Calculation use Fourier tranform. The parameter required is the size of the window in which the Fourier transform is performed. The dimension is a power of 2: 64, 128, 256, 512.
Tip: If you lost the number of images in a sequence...
Now, define rectangle centered near the center of the planet disc. The size of the zone does not have importance, only the center of the rectangle has an utility.
Select the Align & stack (1) command of Processing menu:
The size of the window of FFT must be just larger than the part of the image used for calculate registration. Here, it would be useless to take a window of 256 pixels: that to make lose precision and the time calculating would be long.
Step 6: Enhance the contrast
Save the stacked image, for example:
Run the Wavelet command of Processing menu
If the the Overflow message appear:
the intensity of some pixel exceeds value 32767 during the wavelet calculation. For a correct processing, click Cancel and reduce the image dynamics:
and start again wavelet filter.
Step 7: White balance
Define a rectangle in the background
then, run the console command (no parameters):
The R, G and B pixels of the selected zone have now the same intensity, equal to zero (an offset is added to each layer).
Select a white area of the image (ice polar for Mars planet, ring for Saturn, ...)
then, run the WHITE command:
The R, G and B pixels of the selected zone have now the same intensity, equal to green channel (R and B layer are multipled by a distinct coefficient).
Attenuation of edge effect
To visualize the details contained in a planet image the unsharp masking and the wavelets (multi-scales processing) are effective tools. But bright artifacts can appear around the planetary disk (Gibbs effect):
For this example the image of Mars is taken on August 3 2003 by Marc Rieugnié (Saint-Caprais) with a 400-mm telescope, a Barlow 2x and a webcam ToUcam Pro. On left, there is the raw image resulting of a composite of 150 frames selected on a total of 600. At right, the image was vigorously processed with the wavelet technique for enhance details. But, one notes the appearance of brillant arc on the left side of planet. It does not have physical reality, it comes from the processing applied. It is an artifact. The fact that it is present on the left edge of planet and not on the right edge is due to the phase effect at the time of the observation. The left edge is more abrupt than the right edge and this small difference is enough to explain the behaviour of the processing. Also, the problem is accentuated by the presence on the left (especially in top of the image) of real bleue clouds into the Mars atmosphere.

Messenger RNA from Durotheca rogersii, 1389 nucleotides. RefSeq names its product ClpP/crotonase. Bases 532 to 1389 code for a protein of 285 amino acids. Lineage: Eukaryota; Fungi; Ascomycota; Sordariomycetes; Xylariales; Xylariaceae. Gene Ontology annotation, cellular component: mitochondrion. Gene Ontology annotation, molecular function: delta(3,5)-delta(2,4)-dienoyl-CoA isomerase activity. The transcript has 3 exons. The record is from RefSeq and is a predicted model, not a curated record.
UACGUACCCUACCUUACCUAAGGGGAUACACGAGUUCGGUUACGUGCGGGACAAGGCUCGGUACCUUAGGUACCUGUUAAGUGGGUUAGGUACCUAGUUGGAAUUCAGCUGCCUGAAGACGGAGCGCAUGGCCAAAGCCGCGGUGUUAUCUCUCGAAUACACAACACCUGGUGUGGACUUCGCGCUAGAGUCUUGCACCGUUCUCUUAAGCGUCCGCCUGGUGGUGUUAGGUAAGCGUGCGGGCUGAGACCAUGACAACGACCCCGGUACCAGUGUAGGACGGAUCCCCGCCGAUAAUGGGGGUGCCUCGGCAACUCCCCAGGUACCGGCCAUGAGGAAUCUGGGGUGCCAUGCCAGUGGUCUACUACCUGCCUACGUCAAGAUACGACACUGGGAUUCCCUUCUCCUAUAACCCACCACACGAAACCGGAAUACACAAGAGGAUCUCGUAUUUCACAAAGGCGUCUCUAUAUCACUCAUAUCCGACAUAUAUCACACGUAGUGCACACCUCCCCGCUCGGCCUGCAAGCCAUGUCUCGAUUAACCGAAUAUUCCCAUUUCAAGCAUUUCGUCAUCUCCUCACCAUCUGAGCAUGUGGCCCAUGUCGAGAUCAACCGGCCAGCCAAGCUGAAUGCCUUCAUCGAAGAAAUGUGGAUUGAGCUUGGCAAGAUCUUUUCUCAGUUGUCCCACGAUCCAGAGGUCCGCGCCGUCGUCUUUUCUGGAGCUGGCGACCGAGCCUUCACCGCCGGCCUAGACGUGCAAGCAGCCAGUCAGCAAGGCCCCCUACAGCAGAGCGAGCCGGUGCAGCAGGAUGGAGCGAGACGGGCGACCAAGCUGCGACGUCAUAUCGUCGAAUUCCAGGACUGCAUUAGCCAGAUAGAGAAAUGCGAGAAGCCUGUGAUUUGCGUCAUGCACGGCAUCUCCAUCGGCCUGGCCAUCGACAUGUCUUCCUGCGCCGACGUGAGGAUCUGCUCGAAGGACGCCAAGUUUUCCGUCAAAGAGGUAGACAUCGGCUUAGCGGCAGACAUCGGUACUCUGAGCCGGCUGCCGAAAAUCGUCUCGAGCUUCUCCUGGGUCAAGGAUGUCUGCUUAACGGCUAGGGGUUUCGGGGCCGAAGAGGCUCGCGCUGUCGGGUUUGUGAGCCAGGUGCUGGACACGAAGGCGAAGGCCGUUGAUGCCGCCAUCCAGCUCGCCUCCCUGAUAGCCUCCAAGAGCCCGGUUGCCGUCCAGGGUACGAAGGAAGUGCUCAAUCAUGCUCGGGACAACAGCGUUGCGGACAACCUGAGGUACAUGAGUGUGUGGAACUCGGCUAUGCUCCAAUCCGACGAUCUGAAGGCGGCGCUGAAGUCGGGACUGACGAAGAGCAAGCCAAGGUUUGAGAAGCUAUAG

The Wavelet dialog box (Processing menu) include a edge attenuator function:
To note that we preserved the fogs polar blue haze here.
The same function is present in Unsharp masking dialog box (see Processing menu):
Tip: The SPLIT_RGB command can be used for separate the R, G and B components of the current 48-bits images. Example:
The SAVE_TR (or SAVE_TRICHRO) is very similar, but the actual image in memory is not modified.
For recompose the true-colors image:
>TRICHRO R G B
>TR R G B
Tip: Command line selection of better images
The automatic selection of best images (related to atmospheric turbulence) require the in line commands BESTOF and SELECT. First of all, run BESTOF. The syntax is: BESTOF [NAME] [NUMBER]
The parameter [NAME] is the generic name of the sequence on which will carry the search of the best images. The parameter [NUMBER] is the number of images of the sequence.
It is significant to note that it is preferable to run BESTOF after carried out the complete preprocessing (subtraction of the offset, of the dark signal and division by the flat-field) and the registration.
The result of command BESTOF is a text file which is created in the working directory. This file has as a name SELECT.LST. Here an example of such file:
Iris sort the index of the images from best quality to worse quality. In the example the image of better quality has index 232. The second best image has index 122 and so on. The criteria for analysis is the contrast the images. It is adapted for the study of the planetary images (not for deep-sky).
Once that the best images of the starting sequence are identified it is necessary to create from them a new sequence in which the images are ordered by order descending of quality. It is what the command SELECT does of which here syntax: SELECT [IN] [OUT].
[IN] is the generic name of the starting sequence. [OUT] is a sequence in which the images are sorted by order of spatial résolution. To do that, command SELECT use the contents of file SELECT.LST.
>SELECT I J
Now you have possibility to add only the N first images of the sorted frames. For example if you estimate that 10% only images have a correct smoothness in a sequence of 500 images you will make (after registration!)
>ADD2 J 50
the sequence J being the sorted sequence by SELECT command.